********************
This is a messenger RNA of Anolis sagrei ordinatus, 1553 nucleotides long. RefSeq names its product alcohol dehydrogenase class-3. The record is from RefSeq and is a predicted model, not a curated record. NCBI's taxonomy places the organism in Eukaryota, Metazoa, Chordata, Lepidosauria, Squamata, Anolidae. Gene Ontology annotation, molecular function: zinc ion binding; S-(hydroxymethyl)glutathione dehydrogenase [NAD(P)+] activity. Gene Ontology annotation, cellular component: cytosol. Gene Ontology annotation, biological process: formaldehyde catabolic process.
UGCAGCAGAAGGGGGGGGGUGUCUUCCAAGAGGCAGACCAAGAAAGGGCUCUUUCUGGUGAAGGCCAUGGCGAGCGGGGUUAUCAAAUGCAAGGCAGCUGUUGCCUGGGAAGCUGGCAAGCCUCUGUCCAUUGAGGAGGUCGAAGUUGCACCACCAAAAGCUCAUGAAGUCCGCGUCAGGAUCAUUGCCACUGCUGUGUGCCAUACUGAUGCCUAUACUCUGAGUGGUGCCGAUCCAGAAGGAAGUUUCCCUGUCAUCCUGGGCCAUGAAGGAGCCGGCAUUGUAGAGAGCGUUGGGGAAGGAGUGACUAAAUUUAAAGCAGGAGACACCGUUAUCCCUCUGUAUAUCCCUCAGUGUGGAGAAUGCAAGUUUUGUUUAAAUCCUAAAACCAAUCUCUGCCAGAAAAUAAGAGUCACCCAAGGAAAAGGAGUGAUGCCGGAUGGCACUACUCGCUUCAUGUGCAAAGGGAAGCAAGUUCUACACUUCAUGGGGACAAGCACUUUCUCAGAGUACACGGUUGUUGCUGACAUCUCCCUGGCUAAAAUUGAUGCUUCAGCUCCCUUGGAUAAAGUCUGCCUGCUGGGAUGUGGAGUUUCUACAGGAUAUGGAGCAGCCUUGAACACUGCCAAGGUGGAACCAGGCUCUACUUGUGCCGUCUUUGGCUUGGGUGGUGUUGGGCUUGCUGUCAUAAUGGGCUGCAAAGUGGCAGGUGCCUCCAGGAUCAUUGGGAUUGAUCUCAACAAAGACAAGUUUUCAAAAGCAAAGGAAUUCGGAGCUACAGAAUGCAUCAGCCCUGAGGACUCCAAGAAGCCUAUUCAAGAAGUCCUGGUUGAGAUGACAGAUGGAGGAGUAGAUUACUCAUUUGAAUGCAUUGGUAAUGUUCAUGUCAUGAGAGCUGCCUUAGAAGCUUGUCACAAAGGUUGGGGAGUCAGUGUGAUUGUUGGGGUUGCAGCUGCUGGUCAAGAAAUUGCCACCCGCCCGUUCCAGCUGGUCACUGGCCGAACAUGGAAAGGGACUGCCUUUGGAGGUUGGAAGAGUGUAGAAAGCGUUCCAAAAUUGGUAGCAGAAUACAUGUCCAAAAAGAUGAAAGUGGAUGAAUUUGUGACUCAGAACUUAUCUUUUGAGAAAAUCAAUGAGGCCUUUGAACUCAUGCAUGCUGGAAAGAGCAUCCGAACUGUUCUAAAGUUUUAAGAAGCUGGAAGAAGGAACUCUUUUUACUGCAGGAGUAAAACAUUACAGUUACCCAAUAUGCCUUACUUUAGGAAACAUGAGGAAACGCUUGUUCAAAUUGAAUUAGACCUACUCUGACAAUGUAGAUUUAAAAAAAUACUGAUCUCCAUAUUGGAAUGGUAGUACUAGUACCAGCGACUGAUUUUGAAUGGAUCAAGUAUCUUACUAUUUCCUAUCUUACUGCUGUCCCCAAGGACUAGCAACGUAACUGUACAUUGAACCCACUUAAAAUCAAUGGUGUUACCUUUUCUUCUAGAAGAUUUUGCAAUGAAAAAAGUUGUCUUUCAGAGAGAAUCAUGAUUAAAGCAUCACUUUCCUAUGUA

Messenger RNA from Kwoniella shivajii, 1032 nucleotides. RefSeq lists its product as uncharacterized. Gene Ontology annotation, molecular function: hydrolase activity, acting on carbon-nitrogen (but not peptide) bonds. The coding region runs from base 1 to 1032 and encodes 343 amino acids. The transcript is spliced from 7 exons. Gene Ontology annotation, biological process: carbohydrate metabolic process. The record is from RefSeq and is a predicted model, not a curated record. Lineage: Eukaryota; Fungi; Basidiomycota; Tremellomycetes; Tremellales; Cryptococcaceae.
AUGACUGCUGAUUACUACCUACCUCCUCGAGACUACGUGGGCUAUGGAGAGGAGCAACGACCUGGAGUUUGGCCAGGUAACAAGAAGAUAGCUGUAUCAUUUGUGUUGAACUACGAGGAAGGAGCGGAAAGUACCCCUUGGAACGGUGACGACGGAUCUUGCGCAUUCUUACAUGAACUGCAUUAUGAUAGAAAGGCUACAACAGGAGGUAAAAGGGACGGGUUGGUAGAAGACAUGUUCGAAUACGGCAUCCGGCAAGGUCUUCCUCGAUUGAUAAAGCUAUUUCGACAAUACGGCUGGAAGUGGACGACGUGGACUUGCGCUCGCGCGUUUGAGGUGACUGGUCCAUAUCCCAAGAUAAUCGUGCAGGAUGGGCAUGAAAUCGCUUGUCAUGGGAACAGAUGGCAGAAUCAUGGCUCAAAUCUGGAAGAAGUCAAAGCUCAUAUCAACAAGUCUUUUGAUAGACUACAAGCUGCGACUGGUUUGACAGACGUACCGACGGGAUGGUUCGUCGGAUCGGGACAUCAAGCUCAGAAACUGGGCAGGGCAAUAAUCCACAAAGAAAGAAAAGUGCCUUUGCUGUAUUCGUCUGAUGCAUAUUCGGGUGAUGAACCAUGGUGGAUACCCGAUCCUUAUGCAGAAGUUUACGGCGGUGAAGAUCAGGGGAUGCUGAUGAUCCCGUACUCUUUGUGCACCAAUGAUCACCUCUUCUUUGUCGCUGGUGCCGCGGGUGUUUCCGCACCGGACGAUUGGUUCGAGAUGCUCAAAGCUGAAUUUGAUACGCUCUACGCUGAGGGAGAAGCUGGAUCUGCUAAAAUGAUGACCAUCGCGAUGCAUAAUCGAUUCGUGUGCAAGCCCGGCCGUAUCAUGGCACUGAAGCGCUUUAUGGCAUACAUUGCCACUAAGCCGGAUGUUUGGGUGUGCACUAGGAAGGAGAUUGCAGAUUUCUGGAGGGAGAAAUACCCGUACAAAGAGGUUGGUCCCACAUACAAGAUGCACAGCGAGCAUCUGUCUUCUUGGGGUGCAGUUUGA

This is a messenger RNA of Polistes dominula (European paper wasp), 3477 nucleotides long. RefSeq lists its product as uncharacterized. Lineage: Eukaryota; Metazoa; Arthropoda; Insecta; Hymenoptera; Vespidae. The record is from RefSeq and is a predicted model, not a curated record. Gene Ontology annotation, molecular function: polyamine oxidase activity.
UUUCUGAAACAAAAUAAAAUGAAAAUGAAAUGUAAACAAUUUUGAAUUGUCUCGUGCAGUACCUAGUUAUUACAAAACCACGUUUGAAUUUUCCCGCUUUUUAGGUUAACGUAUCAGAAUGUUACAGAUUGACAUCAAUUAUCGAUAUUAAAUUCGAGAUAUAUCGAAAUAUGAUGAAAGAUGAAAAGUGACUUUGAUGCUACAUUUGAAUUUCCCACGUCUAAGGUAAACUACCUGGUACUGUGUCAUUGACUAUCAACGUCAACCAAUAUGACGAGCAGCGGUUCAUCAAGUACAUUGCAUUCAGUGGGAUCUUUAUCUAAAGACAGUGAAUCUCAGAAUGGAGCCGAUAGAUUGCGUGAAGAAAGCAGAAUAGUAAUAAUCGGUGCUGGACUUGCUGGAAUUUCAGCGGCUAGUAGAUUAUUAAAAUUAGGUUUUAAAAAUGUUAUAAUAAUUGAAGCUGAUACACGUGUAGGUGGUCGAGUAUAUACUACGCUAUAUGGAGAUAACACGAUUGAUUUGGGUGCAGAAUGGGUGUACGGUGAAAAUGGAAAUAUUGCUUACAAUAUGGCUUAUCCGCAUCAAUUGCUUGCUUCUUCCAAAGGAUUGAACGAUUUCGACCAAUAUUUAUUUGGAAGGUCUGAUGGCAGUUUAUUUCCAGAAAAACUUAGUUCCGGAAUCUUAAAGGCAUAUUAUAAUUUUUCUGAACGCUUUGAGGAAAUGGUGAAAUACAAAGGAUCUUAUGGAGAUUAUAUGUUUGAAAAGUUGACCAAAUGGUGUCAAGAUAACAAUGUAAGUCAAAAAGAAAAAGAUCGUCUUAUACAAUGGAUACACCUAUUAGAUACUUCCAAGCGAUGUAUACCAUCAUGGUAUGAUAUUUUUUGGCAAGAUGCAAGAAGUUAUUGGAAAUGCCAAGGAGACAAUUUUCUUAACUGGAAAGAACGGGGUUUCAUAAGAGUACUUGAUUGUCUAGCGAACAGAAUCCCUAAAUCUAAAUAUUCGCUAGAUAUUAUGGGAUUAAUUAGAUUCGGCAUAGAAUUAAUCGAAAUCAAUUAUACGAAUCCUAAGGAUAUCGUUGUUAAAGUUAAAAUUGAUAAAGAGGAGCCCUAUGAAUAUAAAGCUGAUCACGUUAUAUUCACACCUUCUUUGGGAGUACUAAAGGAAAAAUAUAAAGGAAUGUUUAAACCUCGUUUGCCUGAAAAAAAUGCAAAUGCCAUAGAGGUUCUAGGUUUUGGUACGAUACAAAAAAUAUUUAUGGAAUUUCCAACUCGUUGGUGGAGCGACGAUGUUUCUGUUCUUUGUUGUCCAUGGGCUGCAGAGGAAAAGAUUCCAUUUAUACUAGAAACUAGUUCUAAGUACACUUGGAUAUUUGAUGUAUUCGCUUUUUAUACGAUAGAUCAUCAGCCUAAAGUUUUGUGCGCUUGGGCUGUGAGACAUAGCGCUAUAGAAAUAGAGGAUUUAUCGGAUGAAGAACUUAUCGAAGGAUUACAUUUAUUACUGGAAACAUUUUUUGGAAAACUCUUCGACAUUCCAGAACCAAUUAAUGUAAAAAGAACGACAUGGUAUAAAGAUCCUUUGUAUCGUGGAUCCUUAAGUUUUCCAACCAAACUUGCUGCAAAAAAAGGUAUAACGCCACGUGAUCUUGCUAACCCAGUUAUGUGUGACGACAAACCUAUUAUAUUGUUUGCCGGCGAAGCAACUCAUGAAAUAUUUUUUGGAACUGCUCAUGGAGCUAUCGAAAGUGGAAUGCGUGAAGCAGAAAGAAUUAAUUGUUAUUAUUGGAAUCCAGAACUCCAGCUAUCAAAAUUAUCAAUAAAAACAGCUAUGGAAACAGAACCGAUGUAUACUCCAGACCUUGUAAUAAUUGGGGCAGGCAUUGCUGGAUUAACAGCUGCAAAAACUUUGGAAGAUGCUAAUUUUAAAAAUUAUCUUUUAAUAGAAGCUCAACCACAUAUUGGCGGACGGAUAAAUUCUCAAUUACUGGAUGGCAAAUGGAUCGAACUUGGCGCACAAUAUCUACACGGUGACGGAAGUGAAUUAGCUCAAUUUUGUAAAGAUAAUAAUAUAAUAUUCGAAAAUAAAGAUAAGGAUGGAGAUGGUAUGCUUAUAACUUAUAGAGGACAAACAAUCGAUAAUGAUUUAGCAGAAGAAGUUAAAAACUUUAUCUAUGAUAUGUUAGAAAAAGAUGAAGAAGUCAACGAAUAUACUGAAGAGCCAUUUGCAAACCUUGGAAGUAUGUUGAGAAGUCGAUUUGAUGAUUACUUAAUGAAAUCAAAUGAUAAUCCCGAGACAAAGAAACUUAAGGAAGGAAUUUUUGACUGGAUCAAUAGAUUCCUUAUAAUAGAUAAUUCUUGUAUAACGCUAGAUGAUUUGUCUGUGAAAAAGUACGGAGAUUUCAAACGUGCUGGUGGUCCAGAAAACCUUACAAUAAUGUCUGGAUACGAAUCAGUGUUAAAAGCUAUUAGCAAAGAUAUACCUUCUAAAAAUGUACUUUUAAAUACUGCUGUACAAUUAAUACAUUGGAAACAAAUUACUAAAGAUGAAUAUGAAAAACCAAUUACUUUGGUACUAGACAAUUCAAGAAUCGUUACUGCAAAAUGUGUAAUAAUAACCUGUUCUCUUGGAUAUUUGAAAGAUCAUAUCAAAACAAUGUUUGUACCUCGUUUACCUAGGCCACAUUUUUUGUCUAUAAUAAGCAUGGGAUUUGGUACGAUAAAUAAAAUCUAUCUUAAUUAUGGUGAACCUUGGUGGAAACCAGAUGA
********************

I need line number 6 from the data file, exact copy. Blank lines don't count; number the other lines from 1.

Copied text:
UUUCUGAAACAAAAUAAAAUGAAAAUGAAAUGUAAACAAUUUUGAAUUGUCUCGUGCAGUACCUAGUUAUUACAAAACCACGUUUGAAUUUUCCCGCUUUUUAGGUUAACGUAUCAGAAUGUUACAGAUUGACAUCAAUUAUCGAUAUUAAAUUCGAGAUAUAUCGAAAUAUGAUGAAAGAUGAAAAGUGACUUUGAUGCUACAUUUGAAUUUCCCACGUCUAAGGUAAACUACCUGGUACUGUGUCAUUGACUAUCAACGUCAACCAAUAUGACGAGCAGCGGUUCAUCAAGUACAUUGCAUUCAGUGGGAUCUUUAUCUAAAGACAGUGAAUCUCAGAAUGGAGCCGAUAGAUUGCGUGAAGAAAGCAGAAUAGUAAUAAUCGGUGCUGGACUUGCUGGAAUUUCAGCGGCUAGUAGAUUAUUAAAAUUAGGUUUUAAAAAUGUUAUAAUAAUUGAAGCUGAUACACGUGUAGGUGGUCGAGUAUAUACUACGCUAUAUGGAGAUAACACGAUUGAUUUGGGUGCAGAAUGGGUGUACGGUGAAAAUGGAAAUAUUGCUUACAAUAUGGCUUAUCCGCAUCAAUUGCUUGCUUCUUCCAAAGGAUUGAACGAUUUCGACCAAUAUUUAUUUGGAAGGUCUGAUGGCAGUUUAUUUCCAGAAAAACUUAGUUCCGGAAUCUUAAAGGCAUAUUAUAAUUUUUCUGAACGCUUUGAGGAAAUGGUGAAAUACAAAGGAUCUUAUGGAGAUUAUAUGUUUGAAAAGUUGACCAAAUGGUGUCAAGAUAACAAUGUAAGUCAAAAAGAAAAAGAUCGUCUUAUACAAUGGAUACACCUAUUAGAUACUUCCAAGCGAUGUAUACCAUCAUGGUAUGAUAUUUUUUGGCAAGAUGCAAGAAGUUAUUGGAAAUGCCAAGGAGACAAUUUUCUUAACUGGAAAGAACGGGGUUUCAUAAGAGUACUUGAUUGUCUAGCGAACAGAAUCCCUAAAUCUAAAUAUUCGCUAGAUAUUAUGGGAUUAAUUAGAUUCGGCAUAGAAUUAAUCGAAAUCAAUUAUACGAAUCCUAAGGAUAUCGUUGUUAAAGUUAAAAUUGAUAAAGAGGAGCCCUAUGAAUAUAAAGCUGAUCACGUUAUAUUCACACCUUCUUUGGGAGUACUAAAGGAAAAAUAUAAAGGAAUGUUUAAACCUCGUUUGCCUGAAAAAAAUGCAAAUGCCAUAGAGGUUCUAGGUUUUGGUACGAUACAAAAAAUAUUUAUGGAAUUUCCAACUCGUUGGUGGAGCGACGAUGUUUCUGUUCUUUGUUGUCCAUGGGCUGCAGAGGAAAAGAUUCCAUUUAUACUAGAAACUAGUUCUAAGUACACUUGGAUAUUUGAUGUAUUCGCUUUUUAUACGAUAGAUCAUCAGCCUAAAGUUUUGUGCGCUUGGGCUGUGAGACAUAGCGCUAUAGAAAUAGAGGAUUUAUCGGAUGAAGAACUUAUCGAAGGAUUACAUUUAUUACUGGAAACAUUUUUUGGAAAACUCUUCGACAUUCCAGAACCAAUUAAUGUAAAAAGAACGACAUGGUAUAAAGAUCCUUUGUAUCGUGGAUCCUUAAGUUUUCCAACCAAACUUGCUGCAAAAAAAGGUAUAACGCCACGUGAUCUUGCUAACCCAGUUAUGUGUGACGACAAACCUAUUAUAUUGUUUGCCGGCGAAGCAACUCAUGAAAUAUUUUUUGGAACUGCUCAUGGAGCUAUCGAAAGUGGAAUGCGUGAAGCAGAAAGAAUUAAUUGUUAUUAUUGGAAUCCAGAACUCCAGCUAUCAAAAUUAUCAAUAAAAACAGCUAUGGAAACAGAACCGAUGUAUACUCCAGACCUUGUAAUAAUUGGGGCAGGCAUUGCUGGAUUAACAGCUGCAAAAACUUUGGAAGAUGCUAAUUUUAAAAAUUAUCUUUUAAUAGAAGCUCAACCACAUAUUGGCGGACGGAUAAAUUCUCAAUUACUGGAUGGCAAAUGGAUCGAACUUGGCGCACAAUAUCUACACGGUGACGGAAGUGAAUUAGCUCAAUUUUGUAAAGAUAAUAAUAUAAUAUUCGAAAAUAAAGAUAAGGAUGGAGAUGGUAUGCUUAUAACUUAUAGAGGACAAACAAUCGAUAAUGAUUUAGCAGAAGAAGUUAAAAACUUUAUCUAUGAUAUGUUAGAAAAAGAUGAAGAAGUCAACGAAUAUACUGAAGAGCCAUUUGCAAACCUUGGAAGUAUGUUGAGAAGUCGAUUUGAUGAUUACUUAAUGAAAUCAAAUGAUAAUCCCGAGACAAAGAAACUUAAGGAAGGAAUUUUUGACUGGAUCAAUAGAUUCCUUAUAAUAGAUAAUUCUUGUAUAACGCUAGAUGAUUUGUCUGUGAAAAAGUACGGAGAUUUCAAACGUGCUGGUGGUCCAGAAAACCUUACAAUAAUGUCUGGAUACGAAUCAGUGUUAAAAGCUAUUAGCAAAGAUAUACCUUCUAAAAAUGUACUUUUAAAUACUGCUGUACAAUUAAUACAUUGGAAACAAAUUACUAAAGAUGAAUAUGAAAAACCAAUUACUUUGGUACUAGACAAUUCAAGAAUCGUUACUGCAAAAUGUGUAAUAAUAACCUGUUCUCUUGGAUAUUUGAAAGAUCAUAUCAAAACAAUGUUUGUACCUCGUUUACCUAGGCCACAUUUUUUGUCUAUAAUAAGCAUGGGAUUUGGUACGAUAAAUAAAAUCUAUCUUAAUUAUGGUGAACCUUGGUGGAAACCAGAUGA